We don't usually judge a brew by its nutrition label, but if you're going to anyway, these are your best (and best-tasting) options — rated on our beer expert's quasi-scientific pint scale, from not terrible for you to actually pretty good. Bottoms up.
Surprisingly, this light lager from Pittsburgh doesn't taste like water. At only 96 calories and about 4.1 percent alcohol by volume, it's a solid choice for warm weather that won't weigh you down.
Special ingredients: None.
He'Brew Rejewvenator '10
Simply put, Shmaltz Brewing Co.'s beers are full of shtick, as is the case with this doppelbock-dubbel hybrid brewed with 600 gallons of Concord grape juice (the kind used in the Passover-friendly Manischewitz wine).
Gimmicky or not, this beer really tastes good, proving that grape juice is just as deliciously healthful in beer as it is in wine.
Special ingredients: Concord grape juice.
The Guinness ad guys were a little overzealous with their old "Guinness is good for you" campaign. Still, I love to see the look of surprise on people's faces when I tell them that the creamy, malty Irish dry stout is actually pretty low in calories (126) and alcohol (4.2 percent).
Special ingredients: None.
Three Floyds Gumballhead
A recent study by American and German researchers found that wheat beers can help runners fight off muscle inflammation and respiratory problems. But you don't have to be a runner to enjoy the health benefits of Gumballhead, a refreshing, citrusy beer that's one of the best wheat ales brewed in the U.S.
Special ingredients: American red wheat.
Cantillon Rose de Gambrinus
This gorgeous beer from Cantillon, one of Belgium's best and most respected breweries, will dispel any thought you have about fruit-based beers being syrupy-sweet or, dare I say, "girlie."
When fresh, the crisp, tart, vitamin C-loaded raspberry flavors shine. With a few years of age, the sour notes from this wild-fermented lambic become more pronounced, yielding an even more brilliant concoction.
Special ingredients: Raspberries
Stone/Ishii/Baird Japanese Green Tea IPA
Okay, maybe this is more charitable than healthy, but California's Stone Brewing Co. teamed up with Ishii and Baird Brewing to create this beer to aid Japan's earthquake and tsunami relief efforts.
The IPA, set to be released in mid-July 2011, clocks in at 9 percent ABV. It's brewed with antioxidant-rich green tea as well as a new variety of hops called Aramis, grown in France's Alsace region. Some Japanese Sorachi Ace hops are also thrown in for good measure.
Special ingredients: Japanese Sencha green tea, Aramis and Sorachi Ace hops.
Left Hand Good Juju
Eastern healers have long preached the medicinal properties of ginger, citing it as a homeopathic cure for everything from headaches to diabetes.
We're not saying you won't get a hangover if you drink too many Good Jujus, but the fresh root that goes into each batch lends a pleasant flavor that's not dissimilar from unsweetened ginger ale.
Special ingredients: Ginger.
O'Fallon Black Hemp Black Ale
Missouri's O'Fallon Brewery imports toasted hemp seeds from Canada to make this black ale (the feds even make them test to ensure the seeds contain no THC, the euphoria-producing compound in marijuana).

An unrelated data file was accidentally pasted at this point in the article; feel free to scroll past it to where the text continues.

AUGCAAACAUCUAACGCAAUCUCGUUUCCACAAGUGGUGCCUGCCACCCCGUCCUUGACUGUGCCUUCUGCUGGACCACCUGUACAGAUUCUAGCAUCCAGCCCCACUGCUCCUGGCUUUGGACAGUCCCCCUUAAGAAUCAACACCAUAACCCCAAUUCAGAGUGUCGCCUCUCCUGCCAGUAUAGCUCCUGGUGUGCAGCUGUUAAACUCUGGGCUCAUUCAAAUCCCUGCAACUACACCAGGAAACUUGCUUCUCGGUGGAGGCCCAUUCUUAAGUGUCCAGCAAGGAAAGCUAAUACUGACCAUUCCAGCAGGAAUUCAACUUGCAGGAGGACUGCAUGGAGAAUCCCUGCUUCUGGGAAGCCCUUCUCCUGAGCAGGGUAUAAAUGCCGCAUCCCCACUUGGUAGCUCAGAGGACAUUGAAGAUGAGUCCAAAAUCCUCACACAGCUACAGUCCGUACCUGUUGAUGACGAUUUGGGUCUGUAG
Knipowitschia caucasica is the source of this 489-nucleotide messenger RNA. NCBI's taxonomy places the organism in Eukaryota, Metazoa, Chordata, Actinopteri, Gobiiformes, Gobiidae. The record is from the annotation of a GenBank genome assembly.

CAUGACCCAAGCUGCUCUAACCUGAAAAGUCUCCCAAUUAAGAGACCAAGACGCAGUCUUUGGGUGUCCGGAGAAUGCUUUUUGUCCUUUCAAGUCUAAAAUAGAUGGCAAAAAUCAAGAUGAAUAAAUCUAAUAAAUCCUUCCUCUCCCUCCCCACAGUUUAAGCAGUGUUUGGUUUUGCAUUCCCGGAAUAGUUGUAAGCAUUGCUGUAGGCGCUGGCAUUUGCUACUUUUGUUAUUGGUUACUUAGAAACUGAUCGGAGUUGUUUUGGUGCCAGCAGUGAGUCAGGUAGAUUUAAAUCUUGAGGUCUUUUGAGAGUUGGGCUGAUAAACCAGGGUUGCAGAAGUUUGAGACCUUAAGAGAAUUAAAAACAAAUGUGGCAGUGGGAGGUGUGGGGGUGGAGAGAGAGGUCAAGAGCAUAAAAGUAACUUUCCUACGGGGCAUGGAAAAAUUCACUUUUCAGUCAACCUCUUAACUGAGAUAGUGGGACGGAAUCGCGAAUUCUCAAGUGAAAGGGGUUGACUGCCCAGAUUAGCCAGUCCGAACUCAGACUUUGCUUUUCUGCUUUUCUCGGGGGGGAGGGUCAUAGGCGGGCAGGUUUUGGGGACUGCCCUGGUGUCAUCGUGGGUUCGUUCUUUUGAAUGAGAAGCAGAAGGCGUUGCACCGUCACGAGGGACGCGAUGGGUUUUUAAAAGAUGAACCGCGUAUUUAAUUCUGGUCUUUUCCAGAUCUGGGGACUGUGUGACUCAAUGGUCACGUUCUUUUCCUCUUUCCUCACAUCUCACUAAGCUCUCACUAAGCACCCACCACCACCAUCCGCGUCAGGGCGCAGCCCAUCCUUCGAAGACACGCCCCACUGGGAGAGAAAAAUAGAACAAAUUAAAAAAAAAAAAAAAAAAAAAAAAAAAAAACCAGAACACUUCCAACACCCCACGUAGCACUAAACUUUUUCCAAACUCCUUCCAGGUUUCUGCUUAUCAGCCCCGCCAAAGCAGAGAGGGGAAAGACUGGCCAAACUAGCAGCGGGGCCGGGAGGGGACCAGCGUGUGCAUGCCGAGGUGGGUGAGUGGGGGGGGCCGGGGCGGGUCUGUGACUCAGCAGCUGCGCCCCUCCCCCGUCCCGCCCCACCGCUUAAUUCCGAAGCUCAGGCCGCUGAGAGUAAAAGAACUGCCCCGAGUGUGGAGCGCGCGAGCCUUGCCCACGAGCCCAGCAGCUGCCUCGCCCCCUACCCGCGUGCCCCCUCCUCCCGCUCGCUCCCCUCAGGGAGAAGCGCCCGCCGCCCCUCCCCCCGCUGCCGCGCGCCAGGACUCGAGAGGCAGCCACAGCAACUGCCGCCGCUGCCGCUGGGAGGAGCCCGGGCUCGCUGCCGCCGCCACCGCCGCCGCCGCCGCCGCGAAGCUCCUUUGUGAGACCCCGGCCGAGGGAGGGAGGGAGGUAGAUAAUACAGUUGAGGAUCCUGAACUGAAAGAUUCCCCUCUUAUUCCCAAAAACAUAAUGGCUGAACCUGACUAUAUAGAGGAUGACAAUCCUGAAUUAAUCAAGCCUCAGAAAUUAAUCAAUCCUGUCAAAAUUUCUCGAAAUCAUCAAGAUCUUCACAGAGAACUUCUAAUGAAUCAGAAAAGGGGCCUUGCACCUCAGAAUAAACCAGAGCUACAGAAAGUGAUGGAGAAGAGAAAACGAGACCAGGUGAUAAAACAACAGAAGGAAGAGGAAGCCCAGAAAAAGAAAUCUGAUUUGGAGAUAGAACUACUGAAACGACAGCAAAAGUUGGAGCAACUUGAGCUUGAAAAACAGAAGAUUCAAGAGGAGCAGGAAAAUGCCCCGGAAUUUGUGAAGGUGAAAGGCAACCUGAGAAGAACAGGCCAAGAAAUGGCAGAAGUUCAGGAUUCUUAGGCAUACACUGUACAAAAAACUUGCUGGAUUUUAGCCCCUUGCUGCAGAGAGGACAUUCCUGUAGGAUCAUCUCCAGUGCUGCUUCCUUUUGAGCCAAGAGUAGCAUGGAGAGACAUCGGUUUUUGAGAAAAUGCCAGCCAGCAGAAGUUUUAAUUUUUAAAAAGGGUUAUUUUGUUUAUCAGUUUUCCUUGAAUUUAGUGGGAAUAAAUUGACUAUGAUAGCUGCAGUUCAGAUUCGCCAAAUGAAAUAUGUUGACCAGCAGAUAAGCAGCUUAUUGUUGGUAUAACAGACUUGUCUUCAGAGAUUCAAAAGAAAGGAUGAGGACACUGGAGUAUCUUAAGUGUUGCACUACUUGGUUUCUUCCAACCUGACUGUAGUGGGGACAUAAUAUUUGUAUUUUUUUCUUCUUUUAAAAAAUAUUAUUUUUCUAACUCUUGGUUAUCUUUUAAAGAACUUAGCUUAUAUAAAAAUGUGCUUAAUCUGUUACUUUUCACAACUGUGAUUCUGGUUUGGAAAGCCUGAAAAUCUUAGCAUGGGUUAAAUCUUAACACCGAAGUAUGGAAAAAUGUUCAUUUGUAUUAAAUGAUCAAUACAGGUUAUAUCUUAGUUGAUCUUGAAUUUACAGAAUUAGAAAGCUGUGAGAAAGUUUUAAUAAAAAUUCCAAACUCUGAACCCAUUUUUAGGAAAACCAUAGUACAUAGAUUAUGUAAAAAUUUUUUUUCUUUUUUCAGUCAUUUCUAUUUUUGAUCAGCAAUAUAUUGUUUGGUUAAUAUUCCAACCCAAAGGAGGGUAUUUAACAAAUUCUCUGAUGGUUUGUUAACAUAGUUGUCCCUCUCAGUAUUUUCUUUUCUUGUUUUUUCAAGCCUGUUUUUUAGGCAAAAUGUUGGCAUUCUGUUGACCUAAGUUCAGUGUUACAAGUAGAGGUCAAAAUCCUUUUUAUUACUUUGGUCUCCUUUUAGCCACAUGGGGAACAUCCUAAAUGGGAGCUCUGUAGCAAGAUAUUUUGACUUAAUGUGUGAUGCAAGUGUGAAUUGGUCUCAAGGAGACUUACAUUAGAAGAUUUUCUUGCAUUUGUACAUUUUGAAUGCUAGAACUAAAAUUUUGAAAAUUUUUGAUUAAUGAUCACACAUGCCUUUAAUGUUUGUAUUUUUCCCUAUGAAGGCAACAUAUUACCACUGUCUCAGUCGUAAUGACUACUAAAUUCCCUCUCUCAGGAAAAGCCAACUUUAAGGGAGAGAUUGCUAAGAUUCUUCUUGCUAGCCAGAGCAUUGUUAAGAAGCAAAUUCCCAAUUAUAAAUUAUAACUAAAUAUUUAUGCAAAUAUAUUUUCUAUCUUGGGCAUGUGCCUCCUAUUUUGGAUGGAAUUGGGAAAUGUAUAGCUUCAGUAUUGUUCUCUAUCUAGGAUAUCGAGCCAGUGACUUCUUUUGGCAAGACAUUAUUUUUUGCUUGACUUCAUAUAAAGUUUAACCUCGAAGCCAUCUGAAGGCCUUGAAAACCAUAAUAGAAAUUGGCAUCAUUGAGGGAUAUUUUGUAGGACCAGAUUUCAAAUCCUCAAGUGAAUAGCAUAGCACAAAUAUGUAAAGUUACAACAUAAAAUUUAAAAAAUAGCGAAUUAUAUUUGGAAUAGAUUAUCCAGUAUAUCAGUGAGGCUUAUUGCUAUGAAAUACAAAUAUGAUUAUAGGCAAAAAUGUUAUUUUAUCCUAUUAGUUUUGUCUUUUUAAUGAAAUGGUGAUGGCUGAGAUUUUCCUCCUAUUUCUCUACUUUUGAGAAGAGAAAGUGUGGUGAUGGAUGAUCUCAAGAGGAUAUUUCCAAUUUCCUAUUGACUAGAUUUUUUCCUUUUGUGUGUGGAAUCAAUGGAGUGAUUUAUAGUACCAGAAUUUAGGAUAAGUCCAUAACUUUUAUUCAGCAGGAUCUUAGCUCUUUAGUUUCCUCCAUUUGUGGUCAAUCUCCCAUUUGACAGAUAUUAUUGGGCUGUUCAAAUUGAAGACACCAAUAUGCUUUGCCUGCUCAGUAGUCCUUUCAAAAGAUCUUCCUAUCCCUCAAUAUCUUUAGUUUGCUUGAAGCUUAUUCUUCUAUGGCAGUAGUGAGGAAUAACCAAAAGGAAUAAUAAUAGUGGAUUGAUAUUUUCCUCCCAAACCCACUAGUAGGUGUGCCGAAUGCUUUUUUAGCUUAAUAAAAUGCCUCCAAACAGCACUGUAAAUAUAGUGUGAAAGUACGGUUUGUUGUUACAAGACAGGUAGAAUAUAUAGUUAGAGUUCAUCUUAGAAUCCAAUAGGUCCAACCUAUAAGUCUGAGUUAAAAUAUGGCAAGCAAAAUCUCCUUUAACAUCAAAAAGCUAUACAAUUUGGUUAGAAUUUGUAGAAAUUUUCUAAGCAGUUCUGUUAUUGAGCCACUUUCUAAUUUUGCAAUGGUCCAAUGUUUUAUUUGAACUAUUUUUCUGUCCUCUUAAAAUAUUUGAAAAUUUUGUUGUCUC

The seeds add a nutty flavor to the beer, and they're said to be heart-healthy and can lead to lower blood pressure.
Special ingredients: Toasted hemp seeds.
Major Tom's Pomegranate Wheat
You remember what we said about wheat beers, right? Add to that the superfood powers of pomegranate, and you've got yourself a pretty healthy beer from the Fort Collins Brewery.
Special ingredients: Pomegranate juice.
Short's Spruce Pilsner
I love the way the hop-forward flavors of this pilsner dance with the bold, forest-like flavors from the spruce needles.
And in case you didn't know, spruce is known to help poor circulation, stress, and joint stiffness — so drink up.
Special ingredients: Michigan Blue Spruce tips.
Porterhouse Oyster Stout
Vegetarians be damned, Ireland's Porterhouse Brewing Co. is one of the few breweries that still use actual oysters in the making of their oyster stout. Bivalves and malty stout beers have been paired for meals since the 18th century, but it wasn't until 1929 that a New Zealand brewery thought to put them together in a single glass.
Porterhouse Oyster Stout gives you all the protein- and mineral-rich properties of oysters without the fishy taste.
Special ingredients: Oysters.
A Chicago couple combined his love of Belgian lambics with her fondness for fermented kombucha tea to create Lambrucha, a tart, funky, lemony brew with a dry finish.
At just 3.5 percent alcohol by volume and with all the good-for-you stuff that kombucha drinkers swear by — vitamins B and C, as well as help with digestion and blood circulation — this beer's a standout.
Special ingredients: Green tea kombucha.
Upland Blackberry Lambic
The blackberries that make up most of the flavor profile of this beer are packed with health-boosting polyphenols and anthocyanins that can help stave off cancer and heart disease.
But if you want a bottle, you're gonna have to line up: The Indiana craft brewery that makes it takes reservations once a year for the special release, and you have to pick up your haul in Hoosier land.
Special ingredients: Blackberries.
The Healthiest Beer on Earth: Sam Adams Light
Boston Beer Co.'s "light" option is one of the few to far exceed its labeling. The rich feel in your mouth, toasty malts, and zippy hops are almost as robust in this light lager (119 calories) as they are in its big brother, Samuel Adams Boston Lager. For a bottle you can find in about any supermarket cooler, you won't do better.
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